5 Alternative Treatments For Autism Spectrum Disorder

Source: HealthCanal by Sean Newton (Medically reviewed by Gopal Ramakrishnan, Ph.D.)

In many ways, Autism Spectrum Disorder (ASD) remains a mystery. We do not understand what causes it and as a result, we do not know how to cure it. However, over time a number of conventional therapies have been developed that can help people with ASD.

Most of those therapies require a fairly consistent effort over a long period of time, as a person with ASD learns coping skills and new habits. Many people have turned to complementary and alternative treatments, hoping that they might make things easier. Alternative treatments for autism include things like nutritional supplements, changes in diet, massage, exercise, and different kinds of therapy.

Some of these treatments are based on theorized explanations for the cause of ASD. Others attempt to relieve the symptoms of ASD in a way similar to conventional treatments. While reports indicate that alternative treatments are helpful, most of these treatments lack scientific evidence for their use.

Alternative Treatments for Autism

The number of diagnosed cases of Autism Spectrum Disorder has skyrocketed. As we have mentioned, the causes for ASD are not understood, though some people have speculated on potential causes. Combine these two facts and it may not be surprising that people are looking for alternative treatments. Examples of alternative treatments for ASD include:
• Supplementing nutrients
• Restricting diet
• Massage
• Acupuncture
• Exercise
• Music therapy
• Animal therapy

While many of these therapies have been studied to some extent, research remains preliminary for most of them. Some, like nutrient supplements or a restrictive diet, may be based on a few hypotheses regarding the cause of ASD. Some other treatments are focused on addressing symptoms in order to make life a little easier. Massage, acupuncture, and music therapy fit in that category.

Remember that alternative treatments should be approached with some caution, as they generally lack a lot of scientific support.


1. Supplements

This can include supplements like melatonin, vitamin B, folic acid, l-carnosine, and more. A few of the supplements are aimed at addressing specific concerns. Melatonin, for example, is intended to alleviate some of insomnia that can come with ASD. It is generally effective for that purpose and safe.

Other supplements, for example, l-carnosine, might be intended to help with some health issues. As there is some indication that l-carnosine can be neuroprotective, some people believe it might help with ASD. The evidence for this use is somewhat lacking.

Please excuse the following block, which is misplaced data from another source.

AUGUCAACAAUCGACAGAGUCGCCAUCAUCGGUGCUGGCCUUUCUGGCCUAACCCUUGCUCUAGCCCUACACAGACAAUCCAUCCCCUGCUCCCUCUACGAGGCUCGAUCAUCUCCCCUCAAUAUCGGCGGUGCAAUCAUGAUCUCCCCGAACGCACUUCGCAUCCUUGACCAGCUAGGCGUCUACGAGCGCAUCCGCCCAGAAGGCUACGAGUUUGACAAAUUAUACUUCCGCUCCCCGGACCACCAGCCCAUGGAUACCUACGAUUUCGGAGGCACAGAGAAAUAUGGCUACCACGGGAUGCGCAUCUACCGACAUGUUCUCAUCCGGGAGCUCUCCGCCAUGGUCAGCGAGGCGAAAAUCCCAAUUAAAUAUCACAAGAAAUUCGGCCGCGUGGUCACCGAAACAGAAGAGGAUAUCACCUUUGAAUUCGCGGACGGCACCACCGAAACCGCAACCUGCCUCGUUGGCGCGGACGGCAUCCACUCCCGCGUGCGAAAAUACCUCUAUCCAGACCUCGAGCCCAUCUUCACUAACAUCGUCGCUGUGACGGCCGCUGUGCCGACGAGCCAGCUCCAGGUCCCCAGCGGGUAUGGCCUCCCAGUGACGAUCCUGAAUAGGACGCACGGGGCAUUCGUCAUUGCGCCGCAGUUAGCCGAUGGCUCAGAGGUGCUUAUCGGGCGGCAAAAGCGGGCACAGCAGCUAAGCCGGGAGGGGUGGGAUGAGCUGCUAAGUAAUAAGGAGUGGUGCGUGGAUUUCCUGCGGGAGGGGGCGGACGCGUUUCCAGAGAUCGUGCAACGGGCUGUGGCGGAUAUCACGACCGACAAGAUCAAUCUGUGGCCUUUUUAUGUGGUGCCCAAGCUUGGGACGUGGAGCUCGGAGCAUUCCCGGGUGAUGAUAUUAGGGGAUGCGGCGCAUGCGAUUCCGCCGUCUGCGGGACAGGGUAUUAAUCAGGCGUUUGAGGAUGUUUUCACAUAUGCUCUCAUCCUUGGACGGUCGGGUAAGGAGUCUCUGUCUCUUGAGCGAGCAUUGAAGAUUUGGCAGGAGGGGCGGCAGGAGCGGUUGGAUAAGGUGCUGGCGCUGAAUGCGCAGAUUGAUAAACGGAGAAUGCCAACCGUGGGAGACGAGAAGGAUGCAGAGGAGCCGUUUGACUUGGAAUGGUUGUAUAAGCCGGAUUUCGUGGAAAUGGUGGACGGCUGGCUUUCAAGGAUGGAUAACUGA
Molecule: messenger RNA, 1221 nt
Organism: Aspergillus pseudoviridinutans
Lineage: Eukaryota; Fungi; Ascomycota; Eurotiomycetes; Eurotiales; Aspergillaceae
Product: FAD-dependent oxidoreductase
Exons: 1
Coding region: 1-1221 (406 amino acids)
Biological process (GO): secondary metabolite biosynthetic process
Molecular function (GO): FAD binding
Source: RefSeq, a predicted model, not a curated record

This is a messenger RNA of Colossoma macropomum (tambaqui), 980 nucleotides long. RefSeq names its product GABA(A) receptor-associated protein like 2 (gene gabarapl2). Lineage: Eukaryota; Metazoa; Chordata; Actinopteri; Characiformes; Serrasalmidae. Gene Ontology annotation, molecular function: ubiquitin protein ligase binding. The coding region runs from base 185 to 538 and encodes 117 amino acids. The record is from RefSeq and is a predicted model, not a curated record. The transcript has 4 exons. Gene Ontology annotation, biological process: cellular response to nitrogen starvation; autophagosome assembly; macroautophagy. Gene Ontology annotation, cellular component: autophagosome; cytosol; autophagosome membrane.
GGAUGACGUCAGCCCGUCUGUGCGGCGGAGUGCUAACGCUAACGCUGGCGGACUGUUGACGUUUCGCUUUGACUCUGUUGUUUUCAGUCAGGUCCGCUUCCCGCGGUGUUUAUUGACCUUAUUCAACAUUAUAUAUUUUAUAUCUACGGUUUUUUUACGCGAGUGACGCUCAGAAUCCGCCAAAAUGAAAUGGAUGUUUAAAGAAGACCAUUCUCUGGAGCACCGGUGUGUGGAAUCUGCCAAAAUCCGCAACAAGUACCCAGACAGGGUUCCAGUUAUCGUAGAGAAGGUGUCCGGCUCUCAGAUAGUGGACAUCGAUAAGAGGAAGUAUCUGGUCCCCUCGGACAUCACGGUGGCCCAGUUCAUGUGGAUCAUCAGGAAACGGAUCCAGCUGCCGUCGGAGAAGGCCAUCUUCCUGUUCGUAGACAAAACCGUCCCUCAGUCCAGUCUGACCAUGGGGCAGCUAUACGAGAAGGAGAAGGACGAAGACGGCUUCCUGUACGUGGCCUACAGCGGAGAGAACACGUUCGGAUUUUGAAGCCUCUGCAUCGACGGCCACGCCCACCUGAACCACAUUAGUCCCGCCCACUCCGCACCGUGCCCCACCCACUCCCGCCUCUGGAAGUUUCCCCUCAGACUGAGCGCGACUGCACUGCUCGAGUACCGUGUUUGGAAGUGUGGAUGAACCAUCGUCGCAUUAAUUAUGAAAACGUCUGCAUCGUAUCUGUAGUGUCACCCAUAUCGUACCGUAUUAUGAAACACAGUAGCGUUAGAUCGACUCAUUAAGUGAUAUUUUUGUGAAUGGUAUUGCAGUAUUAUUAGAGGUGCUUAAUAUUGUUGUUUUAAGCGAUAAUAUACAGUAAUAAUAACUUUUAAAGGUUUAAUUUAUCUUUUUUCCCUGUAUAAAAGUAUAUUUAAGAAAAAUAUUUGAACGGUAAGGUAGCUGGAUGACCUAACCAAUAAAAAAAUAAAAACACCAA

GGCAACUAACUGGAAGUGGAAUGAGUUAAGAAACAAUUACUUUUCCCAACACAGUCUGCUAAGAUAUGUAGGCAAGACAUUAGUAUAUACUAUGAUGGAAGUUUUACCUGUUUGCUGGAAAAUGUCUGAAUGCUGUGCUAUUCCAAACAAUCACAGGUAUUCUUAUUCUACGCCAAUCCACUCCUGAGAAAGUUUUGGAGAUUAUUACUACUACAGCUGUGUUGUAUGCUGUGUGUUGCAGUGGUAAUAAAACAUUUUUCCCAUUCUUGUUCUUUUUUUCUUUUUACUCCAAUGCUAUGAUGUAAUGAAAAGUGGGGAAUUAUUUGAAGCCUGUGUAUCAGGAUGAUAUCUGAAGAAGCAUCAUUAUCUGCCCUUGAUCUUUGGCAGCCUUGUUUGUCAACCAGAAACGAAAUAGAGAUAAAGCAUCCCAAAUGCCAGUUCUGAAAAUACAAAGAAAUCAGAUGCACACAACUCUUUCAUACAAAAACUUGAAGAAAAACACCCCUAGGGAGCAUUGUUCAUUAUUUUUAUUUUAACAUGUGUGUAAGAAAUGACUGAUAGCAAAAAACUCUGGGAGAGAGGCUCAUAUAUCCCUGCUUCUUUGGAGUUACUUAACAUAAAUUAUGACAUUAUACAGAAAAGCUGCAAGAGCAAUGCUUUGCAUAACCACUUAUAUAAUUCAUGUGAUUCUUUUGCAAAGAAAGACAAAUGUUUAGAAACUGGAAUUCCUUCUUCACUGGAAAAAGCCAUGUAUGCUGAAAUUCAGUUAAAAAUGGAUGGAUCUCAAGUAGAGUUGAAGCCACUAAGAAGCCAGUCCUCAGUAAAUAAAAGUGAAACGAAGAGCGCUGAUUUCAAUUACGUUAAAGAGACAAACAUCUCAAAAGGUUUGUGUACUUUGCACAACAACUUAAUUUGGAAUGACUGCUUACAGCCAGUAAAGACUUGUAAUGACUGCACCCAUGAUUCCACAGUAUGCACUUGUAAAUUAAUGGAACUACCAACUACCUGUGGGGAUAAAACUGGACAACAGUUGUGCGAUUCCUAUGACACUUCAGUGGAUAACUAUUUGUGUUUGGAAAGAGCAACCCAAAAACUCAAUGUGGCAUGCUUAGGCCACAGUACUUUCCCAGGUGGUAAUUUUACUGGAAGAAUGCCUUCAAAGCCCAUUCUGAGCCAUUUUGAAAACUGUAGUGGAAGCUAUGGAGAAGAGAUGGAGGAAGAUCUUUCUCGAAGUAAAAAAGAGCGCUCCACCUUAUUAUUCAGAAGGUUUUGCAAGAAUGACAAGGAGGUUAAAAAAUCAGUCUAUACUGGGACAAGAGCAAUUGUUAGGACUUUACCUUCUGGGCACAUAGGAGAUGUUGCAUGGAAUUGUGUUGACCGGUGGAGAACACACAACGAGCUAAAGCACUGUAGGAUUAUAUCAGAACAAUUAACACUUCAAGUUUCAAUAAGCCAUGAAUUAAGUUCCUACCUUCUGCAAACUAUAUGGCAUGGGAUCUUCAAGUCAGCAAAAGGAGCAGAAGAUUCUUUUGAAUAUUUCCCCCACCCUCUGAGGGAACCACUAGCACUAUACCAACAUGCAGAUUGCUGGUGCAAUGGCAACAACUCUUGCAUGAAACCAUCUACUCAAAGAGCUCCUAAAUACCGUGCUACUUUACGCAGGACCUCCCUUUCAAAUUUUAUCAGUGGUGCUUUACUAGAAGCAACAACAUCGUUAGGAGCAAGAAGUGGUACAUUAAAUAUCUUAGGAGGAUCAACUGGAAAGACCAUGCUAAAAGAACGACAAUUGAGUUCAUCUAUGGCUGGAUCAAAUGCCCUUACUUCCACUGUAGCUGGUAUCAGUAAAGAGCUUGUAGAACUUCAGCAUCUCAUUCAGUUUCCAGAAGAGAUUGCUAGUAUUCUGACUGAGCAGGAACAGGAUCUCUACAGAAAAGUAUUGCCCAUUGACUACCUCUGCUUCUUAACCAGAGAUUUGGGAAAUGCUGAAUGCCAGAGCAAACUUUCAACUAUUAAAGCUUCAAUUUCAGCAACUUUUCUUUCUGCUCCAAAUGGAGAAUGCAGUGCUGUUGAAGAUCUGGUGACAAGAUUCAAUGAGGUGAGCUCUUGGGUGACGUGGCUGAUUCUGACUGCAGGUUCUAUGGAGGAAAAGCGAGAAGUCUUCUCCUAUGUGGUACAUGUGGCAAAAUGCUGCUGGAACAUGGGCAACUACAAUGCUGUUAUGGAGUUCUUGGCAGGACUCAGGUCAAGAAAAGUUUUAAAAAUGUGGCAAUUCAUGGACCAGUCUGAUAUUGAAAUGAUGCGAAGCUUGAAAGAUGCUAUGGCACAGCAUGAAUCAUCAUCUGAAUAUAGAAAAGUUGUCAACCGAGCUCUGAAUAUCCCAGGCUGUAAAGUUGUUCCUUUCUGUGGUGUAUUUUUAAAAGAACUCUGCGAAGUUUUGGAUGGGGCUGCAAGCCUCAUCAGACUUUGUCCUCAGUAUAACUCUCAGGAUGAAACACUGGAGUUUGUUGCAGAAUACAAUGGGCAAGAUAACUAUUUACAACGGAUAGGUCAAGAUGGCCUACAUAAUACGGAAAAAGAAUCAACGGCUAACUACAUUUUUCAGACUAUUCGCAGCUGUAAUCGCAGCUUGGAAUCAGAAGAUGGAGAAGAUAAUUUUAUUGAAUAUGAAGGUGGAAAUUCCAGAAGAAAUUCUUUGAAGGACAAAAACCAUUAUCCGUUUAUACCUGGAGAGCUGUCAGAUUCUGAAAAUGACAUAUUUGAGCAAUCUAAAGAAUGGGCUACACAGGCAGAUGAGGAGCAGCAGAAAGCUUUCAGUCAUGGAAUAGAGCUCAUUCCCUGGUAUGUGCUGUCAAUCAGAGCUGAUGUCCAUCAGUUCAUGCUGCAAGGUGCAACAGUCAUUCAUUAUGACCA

The use of others may be based largely on speculation. There is some indication that oxidative stress can be exacerbated in people with ASD. As a result, some people have tried various ways to prevent and reduce oxidative stress to help with the symptoms of ASD. Both B12 and folic acid are used for this purpose. Some preliminary studies support this use, though it needs more work to confirm that.

Iron supplements, omega-3 fatty acids, and other supplements have also been suggested for treating ASD. Frequently, there is no real downside to taking nutritional supplements. They are generally a low-risk option that might be of some help.

Autism Spectrum Disorder can be tough on the people who suffer from it, particularly if they end up eating a limited diet. Nutrient deficiencies may therefore not be that surprising. It is currently unknown whether nutrient deficiencies are a cause of ASD or a result of behavior associated with the condition.

2. Diet

Diet is increasingly being recognized as playing an important role in health. In regards to autism spectrum disorder, there is mounting evidence that gut health is connected to the condition. There are a few ideas as to how this connection functions and how that should affect the diet of people with ASD.

The diet most often recommended for people with ASD is a gluten-free, casein-free diet. Gluten is a compound in many grains, while casein is usually found in dairy products. It is believed that both gluten and casein can trigger an allergic reaction, which may be connected to ASD in some way.

It has been reported that some people have had their symptoms reduced. One small study seemed to show an improvement, while a larger and more comprehensive study suggests a gluten-free, casein-free diet was not associated with any improvement.